Monday, October 29, 2007

Naught's Had, All's Spent, Where Our Desire is Got Without Content

Regular readers of this blog know that I am obsessed with the genre of the public apology on the Internet, so before the month is gone I have to say something about Edward Castronova's fascinating open admission of failure in "Arden Slows Down" at the Terra Nova blog.

The official website doesn't yet indicate this month's tumult about the virtual environment's stunted development or the fact that, according to the Chronicle of Higher Education, the MacArthur Foundation has refused to provide additional funds to Castronova's persistent synthetic world, which is intended to bring Shakespeare's works to life by using videogame technology and the paradigm of the massively multi-player online role-playing game.

In the absence of any explicit acknowledgment of a setback to the Indiana University project, the website of Arden does appear to have much of the apparatus of an online fan site for any game: an FAQ, community forum, etc. But whether or not this flattened out narrative, set against historically scrambled backdrops for the War of the Roses, would have really foster emergent behaviors was yet to be seen.

I'm a big fan of Shakespeare, teach it, read it at the dinner table, drag my kids to perfomances a few times a year, recite it in the car, and just this week saw Ian McLellan's private parts from ten feet away during the storm scene in King Lear, but I'm not sure that videogames are the right idiom for the Bard's masterpieces, even speaking as a booster for embodied digital experiences. Knowing these texts, I'd favor something more like "Grand Theft Shakespeare," where the objective of the game is to steal from as many different sources as possible, while still creating a remix that produces a coherent aesthetic experience for the audience. Besides, as I've said snarkily before, I think The Aeneid would make a much better MMO.

That said, putting on my rhetorician's hat and taking off the one I wear as a literary critic, I'd give top marks to Castronova for making the initial difficult public statement that hasn't invited ridicule or castigation in the blogosphere. Maybe I wouldn't have used clich├ęs like "lessons learned" or "bumpy roads," but I do think his willingness to credit the labor of his beta testers and acknowledge uncertainty in the project's future does show the proper decorum, given the occasion of loss associated with the death of a funded grant.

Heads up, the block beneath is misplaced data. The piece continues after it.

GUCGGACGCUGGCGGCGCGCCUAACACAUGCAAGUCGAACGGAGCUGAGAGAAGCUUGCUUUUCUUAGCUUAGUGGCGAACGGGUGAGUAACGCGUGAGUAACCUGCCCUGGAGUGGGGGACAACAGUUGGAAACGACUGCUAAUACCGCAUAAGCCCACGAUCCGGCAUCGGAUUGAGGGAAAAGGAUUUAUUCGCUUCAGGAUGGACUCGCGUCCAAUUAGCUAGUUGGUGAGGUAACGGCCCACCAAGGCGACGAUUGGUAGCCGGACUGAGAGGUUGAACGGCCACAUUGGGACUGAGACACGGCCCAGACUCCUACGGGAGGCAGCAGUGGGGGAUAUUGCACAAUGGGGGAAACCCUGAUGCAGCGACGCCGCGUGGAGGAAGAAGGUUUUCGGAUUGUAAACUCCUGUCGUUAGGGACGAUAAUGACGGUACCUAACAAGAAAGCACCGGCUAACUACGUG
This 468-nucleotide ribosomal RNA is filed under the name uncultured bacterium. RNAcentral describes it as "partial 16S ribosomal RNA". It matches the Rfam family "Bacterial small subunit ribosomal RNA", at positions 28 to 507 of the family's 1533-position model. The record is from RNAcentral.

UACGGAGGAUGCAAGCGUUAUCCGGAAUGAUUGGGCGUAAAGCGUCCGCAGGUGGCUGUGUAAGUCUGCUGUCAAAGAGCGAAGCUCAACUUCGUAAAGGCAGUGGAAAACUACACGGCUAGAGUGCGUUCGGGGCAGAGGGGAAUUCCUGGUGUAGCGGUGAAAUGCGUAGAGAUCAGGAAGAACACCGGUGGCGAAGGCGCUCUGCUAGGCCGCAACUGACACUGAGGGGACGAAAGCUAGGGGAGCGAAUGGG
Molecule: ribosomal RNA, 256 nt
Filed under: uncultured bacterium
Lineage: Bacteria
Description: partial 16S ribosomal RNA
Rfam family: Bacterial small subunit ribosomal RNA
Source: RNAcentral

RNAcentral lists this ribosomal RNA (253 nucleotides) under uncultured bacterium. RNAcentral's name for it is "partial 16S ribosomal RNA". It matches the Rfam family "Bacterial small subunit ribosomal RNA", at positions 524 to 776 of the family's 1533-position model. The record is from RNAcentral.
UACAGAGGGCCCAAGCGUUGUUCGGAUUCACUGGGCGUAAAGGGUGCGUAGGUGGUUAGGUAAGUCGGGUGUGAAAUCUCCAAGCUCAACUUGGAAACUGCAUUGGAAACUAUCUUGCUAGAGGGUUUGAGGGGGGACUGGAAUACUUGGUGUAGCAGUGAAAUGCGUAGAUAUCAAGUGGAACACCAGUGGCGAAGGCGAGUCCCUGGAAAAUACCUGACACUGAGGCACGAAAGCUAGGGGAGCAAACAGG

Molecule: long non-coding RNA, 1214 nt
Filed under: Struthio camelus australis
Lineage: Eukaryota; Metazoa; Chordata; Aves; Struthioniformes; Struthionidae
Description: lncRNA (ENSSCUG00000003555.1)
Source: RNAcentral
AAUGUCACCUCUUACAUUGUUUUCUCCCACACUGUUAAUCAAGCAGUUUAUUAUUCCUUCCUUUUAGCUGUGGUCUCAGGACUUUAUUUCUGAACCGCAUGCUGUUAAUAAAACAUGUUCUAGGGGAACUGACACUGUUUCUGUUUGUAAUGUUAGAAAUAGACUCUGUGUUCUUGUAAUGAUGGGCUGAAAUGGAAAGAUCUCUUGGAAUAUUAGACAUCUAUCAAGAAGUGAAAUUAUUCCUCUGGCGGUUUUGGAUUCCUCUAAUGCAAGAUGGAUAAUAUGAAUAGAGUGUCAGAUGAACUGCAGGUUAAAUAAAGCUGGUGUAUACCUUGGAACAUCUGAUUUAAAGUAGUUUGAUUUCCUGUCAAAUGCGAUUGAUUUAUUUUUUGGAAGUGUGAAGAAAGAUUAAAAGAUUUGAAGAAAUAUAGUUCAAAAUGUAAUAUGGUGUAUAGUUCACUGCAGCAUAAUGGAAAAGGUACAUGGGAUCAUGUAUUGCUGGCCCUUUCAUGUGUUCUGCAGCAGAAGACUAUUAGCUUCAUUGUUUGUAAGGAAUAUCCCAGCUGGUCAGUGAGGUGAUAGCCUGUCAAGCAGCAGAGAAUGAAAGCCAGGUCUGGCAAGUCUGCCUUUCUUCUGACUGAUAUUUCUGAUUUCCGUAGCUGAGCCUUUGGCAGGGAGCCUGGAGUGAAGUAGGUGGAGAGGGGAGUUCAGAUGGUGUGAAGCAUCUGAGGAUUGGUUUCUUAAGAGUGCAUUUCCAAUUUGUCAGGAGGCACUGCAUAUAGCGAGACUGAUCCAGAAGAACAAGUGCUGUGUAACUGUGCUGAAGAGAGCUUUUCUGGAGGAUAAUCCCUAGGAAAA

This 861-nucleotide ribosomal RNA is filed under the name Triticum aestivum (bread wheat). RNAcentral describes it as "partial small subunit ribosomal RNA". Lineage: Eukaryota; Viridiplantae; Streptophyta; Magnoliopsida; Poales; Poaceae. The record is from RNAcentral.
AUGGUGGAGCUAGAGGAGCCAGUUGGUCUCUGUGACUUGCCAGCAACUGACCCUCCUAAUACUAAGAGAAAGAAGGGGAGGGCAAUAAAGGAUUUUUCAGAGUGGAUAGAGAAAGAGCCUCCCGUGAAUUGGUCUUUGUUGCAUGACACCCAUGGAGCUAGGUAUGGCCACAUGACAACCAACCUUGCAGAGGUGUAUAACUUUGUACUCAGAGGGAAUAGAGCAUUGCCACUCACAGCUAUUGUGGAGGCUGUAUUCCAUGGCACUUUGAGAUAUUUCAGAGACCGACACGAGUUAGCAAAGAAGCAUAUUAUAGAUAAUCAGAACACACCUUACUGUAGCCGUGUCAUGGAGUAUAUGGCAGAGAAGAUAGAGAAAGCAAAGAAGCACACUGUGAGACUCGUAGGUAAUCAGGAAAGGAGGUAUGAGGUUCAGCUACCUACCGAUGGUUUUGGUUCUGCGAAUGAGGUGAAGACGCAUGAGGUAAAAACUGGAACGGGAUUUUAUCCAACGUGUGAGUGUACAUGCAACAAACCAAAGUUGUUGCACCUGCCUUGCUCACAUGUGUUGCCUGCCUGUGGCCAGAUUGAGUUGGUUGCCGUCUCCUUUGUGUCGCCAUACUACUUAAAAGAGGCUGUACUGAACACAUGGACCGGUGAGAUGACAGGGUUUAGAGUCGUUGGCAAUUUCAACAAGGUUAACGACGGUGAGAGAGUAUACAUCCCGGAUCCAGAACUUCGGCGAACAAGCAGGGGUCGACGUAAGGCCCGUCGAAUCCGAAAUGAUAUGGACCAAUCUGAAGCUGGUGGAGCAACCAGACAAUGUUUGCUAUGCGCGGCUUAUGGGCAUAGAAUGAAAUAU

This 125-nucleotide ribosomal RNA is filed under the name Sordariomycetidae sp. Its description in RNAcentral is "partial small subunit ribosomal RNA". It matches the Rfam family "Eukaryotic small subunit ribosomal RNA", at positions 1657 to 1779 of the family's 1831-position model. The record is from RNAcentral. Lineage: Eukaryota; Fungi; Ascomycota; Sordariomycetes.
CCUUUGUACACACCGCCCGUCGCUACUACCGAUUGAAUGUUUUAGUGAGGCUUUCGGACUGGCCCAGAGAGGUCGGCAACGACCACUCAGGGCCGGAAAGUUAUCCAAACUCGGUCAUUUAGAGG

Most revealing, of course, is the part where one reads further down into the comments section on the blog posting and finds Castronova admitting more candidly to institutional dramas befitting the Jacobean period.

You're all correct in guessing that there's more to the story. I made some awful mistakes as a manager, which I don't hesitate to admit because, well, I am not a manager. And the project wasn't funded at a level where hiring a manager was feasible. As manager, I did a lot of stupid things.

@Timothy: Volunteers! That was my starting philosophy. But my experience has been that each additional volunteer (n) detracts n*n from the project's quality. Because you're not paying them, you have to give the volunteers leeway. Their leeway in terms of content eats into your vision. Their leeway in terms of time slows you down. Basically, you need full-time employees (or slaves). Students have talent and enthusiasm but you can't get five of them in a room at the same time. And once you start paying tuition for them, they cost $60K FTE (10K stipend + insurance + $20K tuition for 20 hours of work). In future work I will subscribe to the Lee Sheldon Fascistic Theory of Managing Creative Projects, which, if I my improvise, is to tell your volunteers and employees to be slaves or be gone.